When I arrive in a new city or town, one of the first things I like to do is climb a tower or hill to get a bird's eye view of the place. It puts everything into perspective, so I can visualise where buildings and monuments are in relation to one another, and to understand how the town has grown and changed over time.
Many east European towns start with a medieval core that leads to concrete housing blocks which ring the centre; when viewed from above, these stages of architectural progression and the reasons for town planning decisions become clearer. You can watch as people on the street stop for a chat, an old man buys a newspaper from a kiosk, trams glide to a stop in a sidestreet, a shopkeeper sweeps the front steps - all manner of daily life going on, a grand spectacle to observe and interpret meaning from.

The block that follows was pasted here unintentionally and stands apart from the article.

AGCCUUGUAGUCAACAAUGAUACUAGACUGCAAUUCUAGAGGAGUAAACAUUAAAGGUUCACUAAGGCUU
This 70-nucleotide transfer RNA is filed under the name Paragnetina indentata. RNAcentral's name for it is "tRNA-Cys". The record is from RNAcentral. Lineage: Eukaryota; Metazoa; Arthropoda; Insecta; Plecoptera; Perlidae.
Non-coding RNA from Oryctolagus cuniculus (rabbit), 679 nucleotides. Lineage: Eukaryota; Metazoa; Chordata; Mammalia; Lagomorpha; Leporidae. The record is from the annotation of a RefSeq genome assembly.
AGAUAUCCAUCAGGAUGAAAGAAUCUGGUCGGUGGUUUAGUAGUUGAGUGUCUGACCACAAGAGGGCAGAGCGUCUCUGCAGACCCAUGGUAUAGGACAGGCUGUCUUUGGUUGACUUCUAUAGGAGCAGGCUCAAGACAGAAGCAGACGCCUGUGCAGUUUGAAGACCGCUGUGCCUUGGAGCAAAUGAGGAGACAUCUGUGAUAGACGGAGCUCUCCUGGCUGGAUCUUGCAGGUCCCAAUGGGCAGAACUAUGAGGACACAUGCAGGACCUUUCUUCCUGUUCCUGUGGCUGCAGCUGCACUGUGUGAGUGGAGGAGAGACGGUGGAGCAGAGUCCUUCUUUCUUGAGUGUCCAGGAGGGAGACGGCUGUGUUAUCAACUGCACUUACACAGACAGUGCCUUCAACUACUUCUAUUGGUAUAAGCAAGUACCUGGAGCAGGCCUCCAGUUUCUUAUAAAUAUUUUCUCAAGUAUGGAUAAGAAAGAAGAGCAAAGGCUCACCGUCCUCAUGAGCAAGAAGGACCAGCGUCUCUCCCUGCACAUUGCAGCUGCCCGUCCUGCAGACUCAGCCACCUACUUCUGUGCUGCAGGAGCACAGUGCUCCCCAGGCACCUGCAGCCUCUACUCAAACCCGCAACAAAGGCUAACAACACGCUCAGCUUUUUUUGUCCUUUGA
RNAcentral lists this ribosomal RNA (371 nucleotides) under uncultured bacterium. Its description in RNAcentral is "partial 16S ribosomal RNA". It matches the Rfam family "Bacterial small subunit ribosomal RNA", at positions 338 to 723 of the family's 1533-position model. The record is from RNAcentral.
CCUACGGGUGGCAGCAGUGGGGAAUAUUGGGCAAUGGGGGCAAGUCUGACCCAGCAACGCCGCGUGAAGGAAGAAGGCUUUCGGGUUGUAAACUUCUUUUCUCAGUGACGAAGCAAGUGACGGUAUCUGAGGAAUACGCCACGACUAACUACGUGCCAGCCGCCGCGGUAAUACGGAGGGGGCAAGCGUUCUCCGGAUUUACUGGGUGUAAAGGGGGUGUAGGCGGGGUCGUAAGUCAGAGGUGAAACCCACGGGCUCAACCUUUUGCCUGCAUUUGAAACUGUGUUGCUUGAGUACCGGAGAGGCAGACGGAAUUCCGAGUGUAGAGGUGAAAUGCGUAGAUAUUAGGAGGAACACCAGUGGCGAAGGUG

Viewing the city from the town hall tower in the market square or from the summit of High Castle hill provides an opportunity to see the different parts of the ancient city and the dozens of church spires from an ideal perspective.
One rooftop in the old town has been painted with the image of a horse, exclusively for the viewing benefit of visitors to the town hall tower. The highest point of Castle Hill has a large blue-and-yellow national flag flying high above this proudly Ukrainian city.